Alternatively, some suggest using a password of four (or more) random words, such as “balloonpiecarnivorescuba”. Opting for this can help staff remember the password better and given the randomness of the password makes it hard to hack.
To increase security standards, create a company policy for these passwords to be changed every month. This significantly increases your security measures, as by the time automated mechanisms would try to figure out your password, it is changed to something else.
Deploying a solution that offers two-step authentication is another way to make sure that your sensitive data stays uncompromised. By using two-step authentication, even if your account handle and password is stolen, upon logging in, a temporary password is sent to a selected mobile number that needs to be entered. Adding such a feature can make your system secure.
3. Update Systems
If you use a payroll system in-house, the chances are that a third-party developer delivers it. Make sure you update your software as soon as the developer issues a recent version.
Developers work around the clock to fine-tune their software to the highest standards. It is an ongoing battle. Hackers keep trying novel ways of breaking into software, while developers keep strengthening security protocols to fend off hack attempts. It revolves like an endless—and vicious—circle.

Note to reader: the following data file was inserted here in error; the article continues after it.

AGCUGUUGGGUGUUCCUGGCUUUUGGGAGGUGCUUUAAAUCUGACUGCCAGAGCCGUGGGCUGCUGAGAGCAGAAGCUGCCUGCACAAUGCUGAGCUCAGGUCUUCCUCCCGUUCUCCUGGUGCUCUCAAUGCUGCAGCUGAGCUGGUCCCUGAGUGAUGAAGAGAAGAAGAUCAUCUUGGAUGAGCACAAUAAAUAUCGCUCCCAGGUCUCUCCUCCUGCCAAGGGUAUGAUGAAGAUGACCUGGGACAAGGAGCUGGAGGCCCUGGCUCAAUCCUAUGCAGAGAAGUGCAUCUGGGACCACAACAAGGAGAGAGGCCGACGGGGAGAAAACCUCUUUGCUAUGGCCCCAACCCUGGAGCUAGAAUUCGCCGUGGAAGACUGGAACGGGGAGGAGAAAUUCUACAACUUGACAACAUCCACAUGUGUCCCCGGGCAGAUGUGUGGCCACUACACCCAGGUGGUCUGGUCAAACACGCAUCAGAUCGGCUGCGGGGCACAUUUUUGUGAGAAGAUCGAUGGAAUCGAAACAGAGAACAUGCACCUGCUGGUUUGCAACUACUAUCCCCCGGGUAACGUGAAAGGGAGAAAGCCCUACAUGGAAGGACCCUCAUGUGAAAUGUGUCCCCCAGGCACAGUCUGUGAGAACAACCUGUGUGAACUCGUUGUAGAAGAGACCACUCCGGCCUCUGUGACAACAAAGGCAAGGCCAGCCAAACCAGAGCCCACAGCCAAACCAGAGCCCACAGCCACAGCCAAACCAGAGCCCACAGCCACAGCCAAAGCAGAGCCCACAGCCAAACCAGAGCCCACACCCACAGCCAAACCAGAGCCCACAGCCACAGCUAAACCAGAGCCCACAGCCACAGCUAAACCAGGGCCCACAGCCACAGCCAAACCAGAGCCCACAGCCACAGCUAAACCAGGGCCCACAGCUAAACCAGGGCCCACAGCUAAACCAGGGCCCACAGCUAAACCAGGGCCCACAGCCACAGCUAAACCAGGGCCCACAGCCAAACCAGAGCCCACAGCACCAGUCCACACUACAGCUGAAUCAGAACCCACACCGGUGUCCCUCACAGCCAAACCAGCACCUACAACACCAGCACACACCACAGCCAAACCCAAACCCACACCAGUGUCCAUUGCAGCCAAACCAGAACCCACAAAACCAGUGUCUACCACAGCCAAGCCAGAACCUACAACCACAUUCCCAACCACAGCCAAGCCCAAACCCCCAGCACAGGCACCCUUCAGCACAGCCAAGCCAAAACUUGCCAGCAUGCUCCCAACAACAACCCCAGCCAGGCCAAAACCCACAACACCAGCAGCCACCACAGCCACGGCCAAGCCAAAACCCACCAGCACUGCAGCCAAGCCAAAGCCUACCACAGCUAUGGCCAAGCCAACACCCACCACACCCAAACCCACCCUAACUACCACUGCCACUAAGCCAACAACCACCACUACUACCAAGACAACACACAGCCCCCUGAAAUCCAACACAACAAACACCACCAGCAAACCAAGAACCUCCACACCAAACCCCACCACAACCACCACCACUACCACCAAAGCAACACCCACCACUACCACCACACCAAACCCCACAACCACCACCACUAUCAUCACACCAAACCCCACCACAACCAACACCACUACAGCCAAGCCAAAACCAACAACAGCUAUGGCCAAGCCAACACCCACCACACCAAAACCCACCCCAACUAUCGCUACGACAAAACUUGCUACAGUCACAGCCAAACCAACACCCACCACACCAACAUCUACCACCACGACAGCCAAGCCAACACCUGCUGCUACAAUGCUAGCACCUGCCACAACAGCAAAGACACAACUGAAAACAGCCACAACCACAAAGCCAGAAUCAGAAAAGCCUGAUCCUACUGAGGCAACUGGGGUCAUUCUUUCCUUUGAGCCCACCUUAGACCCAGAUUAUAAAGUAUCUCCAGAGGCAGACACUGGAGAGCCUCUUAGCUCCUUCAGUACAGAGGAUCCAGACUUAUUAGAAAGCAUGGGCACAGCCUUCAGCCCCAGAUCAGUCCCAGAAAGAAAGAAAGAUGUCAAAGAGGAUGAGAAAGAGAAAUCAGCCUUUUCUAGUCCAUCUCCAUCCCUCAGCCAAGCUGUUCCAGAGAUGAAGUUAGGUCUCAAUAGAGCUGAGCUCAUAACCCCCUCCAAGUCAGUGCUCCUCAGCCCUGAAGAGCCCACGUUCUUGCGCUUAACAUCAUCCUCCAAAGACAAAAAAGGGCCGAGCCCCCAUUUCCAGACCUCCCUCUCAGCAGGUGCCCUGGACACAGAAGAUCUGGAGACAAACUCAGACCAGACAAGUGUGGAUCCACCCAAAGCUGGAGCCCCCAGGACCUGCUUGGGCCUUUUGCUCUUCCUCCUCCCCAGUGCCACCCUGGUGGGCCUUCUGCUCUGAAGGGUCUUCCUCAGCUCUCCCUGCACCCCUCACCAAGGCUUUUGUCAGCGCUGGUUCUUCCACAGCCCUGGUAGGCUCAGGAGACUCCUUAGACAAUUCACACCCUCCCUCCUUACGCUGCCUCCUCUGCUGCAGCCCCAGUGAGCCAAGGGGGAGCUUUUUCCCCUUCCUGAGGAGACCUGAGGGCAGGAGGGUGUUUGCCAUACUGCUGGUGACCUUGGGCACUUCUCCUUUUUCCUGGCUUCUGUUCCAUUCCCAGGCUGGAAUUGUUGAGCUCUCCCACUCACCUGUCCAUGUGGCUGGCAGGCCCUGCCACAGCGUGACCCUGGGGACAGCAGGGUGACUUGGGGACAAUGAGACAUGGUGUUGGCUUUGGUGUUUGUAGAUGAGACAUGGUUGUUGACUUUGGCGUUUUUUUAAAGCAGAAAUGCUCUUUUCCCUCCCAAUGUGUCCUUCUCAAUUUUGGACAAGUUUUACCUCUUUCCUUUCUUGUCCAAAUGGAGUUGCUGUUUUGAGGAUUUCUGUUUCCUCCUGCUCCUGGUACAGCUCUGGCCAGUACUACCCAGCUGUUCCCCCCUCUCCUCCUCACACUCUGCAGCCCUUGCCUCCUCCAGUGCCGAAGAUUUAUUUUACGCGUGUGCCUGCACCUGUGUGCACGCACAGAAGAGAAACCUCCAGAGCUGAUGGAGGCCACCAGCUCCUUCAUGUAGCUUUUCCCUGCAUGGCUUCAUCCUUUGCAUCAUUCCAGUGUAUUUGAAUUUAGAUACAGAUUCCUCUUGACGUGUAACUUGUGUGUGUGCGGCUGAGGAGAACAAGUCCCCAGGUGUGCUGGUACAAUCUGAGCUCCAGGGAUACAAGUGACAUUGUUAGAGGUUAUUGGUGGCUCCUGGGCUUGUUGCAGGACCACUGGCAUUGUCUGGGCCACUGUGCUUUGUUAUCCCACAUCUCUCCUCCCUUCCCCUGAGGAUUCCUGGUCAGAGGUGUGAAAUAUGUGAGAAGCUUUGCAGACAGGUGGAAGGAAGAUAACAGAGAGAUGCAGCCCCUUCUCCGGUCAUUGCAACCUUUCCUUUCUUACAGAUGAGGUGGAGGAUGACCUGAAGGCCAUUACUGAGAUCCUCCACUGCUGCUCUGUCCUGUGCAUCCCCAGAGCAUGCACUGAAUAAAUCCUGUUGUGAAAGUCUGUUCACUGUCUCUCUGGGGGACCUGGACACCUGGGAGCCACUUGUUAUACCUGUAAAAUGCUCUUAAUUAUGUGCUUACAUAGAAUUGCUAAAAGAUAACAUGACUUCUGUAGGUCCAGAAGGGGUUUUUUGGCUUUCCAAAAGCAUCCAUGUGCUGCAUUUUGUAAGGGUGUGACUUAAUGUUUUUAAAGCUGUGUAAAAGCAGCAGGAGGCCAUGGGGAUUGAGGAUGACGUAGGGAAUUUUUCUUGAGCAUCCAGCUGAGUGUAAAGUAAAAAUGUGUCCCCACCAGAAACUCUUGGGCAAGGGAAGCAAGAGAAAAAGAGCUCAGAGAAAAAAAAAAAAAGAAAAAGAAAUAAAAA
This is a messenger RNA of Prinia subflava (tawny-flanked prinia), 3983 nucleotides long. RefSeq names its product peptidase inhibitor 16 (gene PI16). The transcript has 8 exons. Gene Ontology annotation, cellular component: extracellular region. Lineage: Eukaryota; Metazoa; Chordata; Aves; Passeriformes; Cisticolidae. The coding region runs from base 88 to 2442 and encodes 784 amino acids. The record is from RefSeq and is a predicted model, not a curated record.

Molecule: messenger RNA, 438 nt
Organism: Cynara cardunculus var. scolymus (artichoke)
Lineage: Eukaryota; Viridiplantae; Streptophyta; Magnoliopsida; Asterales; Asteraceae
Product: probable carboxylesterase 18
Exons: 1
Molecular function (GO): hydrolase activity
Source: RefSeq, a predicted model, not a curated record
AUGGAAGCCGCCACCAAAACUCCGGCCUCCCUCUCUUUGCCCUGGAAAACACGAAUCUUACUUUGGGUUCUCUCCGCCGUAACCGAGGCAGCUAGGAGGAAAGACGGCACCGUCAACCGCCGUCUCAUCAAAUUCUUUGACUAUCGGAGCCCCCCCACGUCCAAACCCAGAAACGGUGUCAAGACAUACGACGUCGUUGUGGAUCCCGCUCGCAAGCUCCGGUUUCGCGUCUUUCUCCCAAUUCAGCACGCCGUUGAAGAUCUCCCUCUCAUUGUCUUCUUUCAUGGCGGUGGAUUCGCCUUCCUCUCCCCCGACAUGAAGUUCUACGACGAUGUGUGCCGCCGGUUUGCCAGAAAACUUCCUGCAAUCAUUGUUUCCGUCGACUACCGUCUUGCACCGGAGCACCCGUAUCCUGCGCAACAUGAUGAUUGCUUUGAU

4. Deploy Ethical Hackers
You can even consider deploying ethical hackers to see if they can break into your systems. If your systems prove to be impenetrable: well done, your policies may be working, keep up the excellent work. If they manage to break into any of your systems, however, you can gain some very educational insight.
On the one hand, you will know that you have to improve to withstand a real hack attempt. On the other hand, the commissioned ethical hackers will be able to tell you how and where they could break into your database. As such, you will have an idea of the weaknesses of your system, and ethical hackers will also be able to give you recommendations on how to enhance your protocols.
5. Build Trust
If you use a third-party software in-house, probably an essential part of such a cooperation is to make sure you can trust your providers. Run market research to see if the solution you are considering is widely used.
Check the update history: If it is regular, you can be sure that the developers are continuously working on the software. Ideally, you should be looking into a solution that comes with easy-to-reach and quick customer service, so if you bump into any difficulties, you can be sure that the provider will help you out.
Trust is also a determining factor when you outsource your payroll services. It would help if you made sure that trust is established with the service provider. A payroll administration service provider will have increased focus, ample experience, and up-to-date cybersecurity protocols.
At Payroll Malta, we handle your data with top priority; placing a particular focus on security, safety and reliability. We utilise industry-leading software and hardware solutions for storing and protecting your data.